Health research is often perceived as unrelated to the day-to-day health concerns of individuals and communities, for several reasons. The first stems from health policy research findings that a...

    • 4 Advocacy, Care, Promotion, and Research: Adult Educators Working with the Community for Health
      (pp. 64-75)
      JOHN P. EGAN

      This chapter examines various developments in Canadian health care, particularly how health care in Canada has evolved to meet the needs of community and how community has been involved in changing health care. In particular, the role of adult education – teaching, learning, co-researching, and activism – is highlighted, since adult education principles have often been an integral part of changing policies and practices. This chapter examines adult education’s role in working with the community formally and informally to create change and to strengthen the health of communities.

      Although developments with respect to health in Canada have often-times been driven...

    • 5 Indigenous Knowledge, HIV, and AIDS Education and Research: Implications for Health Educators
      (pp. 76-89)

      HIV and AIDS research in Africa continues to demonstrate that the health of an individual is a complex issue involving the social, cultural, spiritual, physical, economic, and political aspects of African communities’ collective lives. To be successful in this complex context of HIV/AIDS, those working in the area of health and HIV/AIDS education need to research, train, and educate themselves and others on local and indigenous knowledge attributes. Although there are many health educators who work in the area of HIV/AIDS, we see the primary beneficiaries of the content of this chapter as nurses, peer educators, public health activists, social...

    • 6 Health Care Professionals Working with Aboriginals: Canadian Adult Education and Practice
      (pp. 90-106)

      The shift by the Canadian nation state from an assimilationist educational and health policy agenda for Aboriginals to one that supports self-determination must be formally recognized and integrated into educational programming at all levels, including formal schooling and informal learning in the community. Consequently, health care professionals working with Aboriginal people need to consider the socio-historical reality of colonial relationships in health care to reduce the reproduction of oppressive relationships in teaching and learning processes. They need to shift from a paternalistic relationship with Aboriginal people to one of dialogue and co-scription consistent with the principles of adult education articulated...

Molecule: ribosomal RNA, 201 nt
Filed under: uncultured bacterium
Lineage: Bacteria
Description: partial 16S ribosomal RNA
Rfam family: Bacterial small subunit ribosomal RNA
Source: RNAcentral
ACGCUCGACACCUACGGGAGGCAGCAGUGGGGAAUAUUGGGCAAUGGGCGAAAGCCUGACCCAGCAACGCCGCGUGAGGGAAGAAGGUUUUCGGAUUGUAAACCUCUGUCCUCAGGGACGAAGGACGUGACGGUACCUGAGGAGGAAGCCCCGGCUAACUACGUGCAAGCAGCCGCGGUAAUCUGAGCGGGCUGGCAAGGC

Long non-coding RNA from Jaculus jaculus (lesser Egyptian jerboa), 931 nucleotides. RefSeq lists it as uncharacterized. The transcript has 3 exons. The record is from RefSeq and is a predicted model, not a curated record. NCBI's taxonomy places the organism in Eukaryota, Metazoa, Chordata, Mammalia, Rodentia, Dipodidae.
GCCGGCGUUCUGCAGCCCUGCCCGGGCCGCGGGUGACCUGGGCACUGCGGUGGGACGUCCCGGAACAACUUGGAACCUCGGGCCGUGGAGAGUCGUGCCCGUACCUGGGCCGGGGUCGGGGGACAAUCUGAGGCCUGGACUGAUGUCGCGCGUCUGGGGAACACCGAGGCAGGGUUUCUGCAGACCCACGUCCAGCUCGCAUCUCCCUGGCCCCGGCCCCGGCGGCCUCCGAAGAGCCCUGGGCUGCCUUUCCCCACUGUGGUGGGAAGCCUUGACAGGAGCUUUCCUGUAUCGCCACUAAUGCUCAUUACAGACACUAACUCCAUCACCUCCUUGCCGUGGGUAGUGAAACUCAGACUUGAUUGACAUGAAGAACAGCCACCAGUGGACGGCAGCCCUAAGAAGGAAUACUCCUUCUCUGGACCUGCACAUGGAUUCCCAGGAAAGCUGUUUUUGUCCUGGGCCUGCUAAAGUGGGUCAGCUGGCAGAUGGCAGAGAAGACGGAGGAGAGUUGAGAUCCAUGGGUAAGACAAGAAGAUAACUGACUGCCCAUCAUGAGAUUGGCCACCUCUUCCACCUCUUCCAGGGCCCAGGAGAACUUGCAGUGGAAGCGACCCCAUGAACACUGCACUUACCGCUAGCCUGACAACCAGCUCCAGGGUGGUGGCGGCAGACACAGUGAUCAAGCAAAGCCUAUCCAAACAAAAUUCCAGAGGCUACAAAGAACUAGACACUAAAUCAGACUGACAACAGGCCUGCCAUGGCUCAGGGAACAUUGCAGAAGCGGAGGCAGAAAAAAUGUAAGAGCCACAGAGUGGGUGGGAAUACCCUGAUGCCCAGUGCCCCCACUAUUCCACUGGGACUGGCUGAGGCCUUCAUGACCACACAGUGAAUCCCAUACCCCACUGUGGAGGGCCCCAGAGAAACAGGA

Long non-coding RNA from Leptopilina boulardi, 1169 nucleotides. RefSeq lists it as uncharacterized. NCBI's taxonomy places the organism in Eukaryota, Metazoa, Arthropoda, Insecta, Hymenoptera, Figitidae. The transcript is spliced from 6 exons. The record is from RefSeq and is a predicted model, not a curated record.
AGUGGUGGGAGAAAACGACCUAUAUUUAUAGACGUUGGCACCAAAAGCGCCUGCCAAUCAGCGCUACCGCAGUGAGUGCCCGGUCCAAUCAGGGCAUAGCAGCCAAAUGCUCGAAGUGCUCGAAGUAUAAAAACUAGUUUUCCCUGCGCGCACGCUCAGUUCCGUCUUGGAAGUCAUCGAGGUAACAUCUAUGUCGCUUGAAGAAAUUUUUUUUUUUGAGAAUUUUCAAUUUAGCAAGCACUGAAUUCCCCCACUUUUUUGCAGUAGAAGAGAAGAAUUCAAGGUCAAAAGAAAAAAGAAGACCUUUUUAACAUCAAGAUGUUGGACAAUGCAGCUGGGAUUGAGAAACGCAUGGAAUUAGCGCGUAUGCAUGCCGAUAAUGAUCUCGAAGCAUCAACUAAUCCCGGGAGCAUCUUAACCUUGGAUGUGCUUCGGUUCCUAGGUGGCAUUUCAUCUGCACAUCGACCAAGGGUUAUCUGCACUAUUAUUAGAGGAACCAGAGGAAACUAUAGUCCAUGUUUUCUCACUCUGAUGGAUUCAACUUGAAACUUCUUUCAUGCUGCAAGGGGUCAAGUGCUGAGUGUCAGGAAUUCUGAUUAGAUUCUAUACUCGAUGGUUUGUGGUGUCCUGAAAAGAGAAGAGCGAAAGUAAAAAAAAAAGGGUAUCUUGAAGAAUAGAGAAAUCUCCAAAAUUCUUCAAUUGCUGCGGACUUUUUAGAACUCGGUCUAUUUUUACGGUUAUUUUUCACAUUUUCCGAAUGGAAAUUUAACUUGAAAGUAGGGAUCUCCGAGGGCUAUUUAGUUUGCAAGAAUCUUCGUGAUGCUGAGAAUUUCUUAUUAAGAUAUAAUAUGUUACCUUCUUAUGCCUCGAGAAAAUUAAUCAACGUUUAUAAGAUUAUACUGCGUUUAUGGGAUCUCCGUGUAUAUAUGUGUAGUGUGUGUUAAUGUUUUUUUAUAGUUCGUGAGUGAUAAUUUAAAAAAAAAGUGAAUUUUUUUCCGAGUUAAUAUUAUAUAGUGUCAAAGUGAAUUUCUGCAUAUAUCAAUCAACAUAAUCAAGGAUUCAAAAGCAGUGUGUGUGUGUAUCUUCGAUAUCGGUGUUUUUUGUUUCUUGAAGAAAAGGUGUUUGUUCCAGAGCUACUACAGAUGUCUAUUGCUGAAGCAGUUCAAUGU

• 7 Literacy and Health: Implications for Health and Education Professionals
      (pp. 107-122)

      In the past few decades we have learned much about how many people are affected by low literacy skills, and how such skills are related to poorer health outcomes. Professionals working in both health and education can benefit by knowing the importance of this relationship and by becoming familiar with examples of how research in this field can be used to improve their practice.

      There are many definitions of ‘health,’ ‘literacy,’ and the intermediating concept ‘health literacy’ – and there is no consensus yet. Perhaps most often, people think of health as the absence of disease. At least this is...

    • 8 Women’s Health and Learning: Working with Women Who Use Substances
      (pp. 123-140)

      As this volume makes abundantly clear, health and education are intricately linked on many dimensions. Both health promotion and health education recognize that a complex relationship among social factors – including education and literacy – affects health and vice versa. According to UNESCO (1997, p. 5), ‘Adult education offers significant opportunities to provide relevant, equitable and sustainable access to health knowledge.’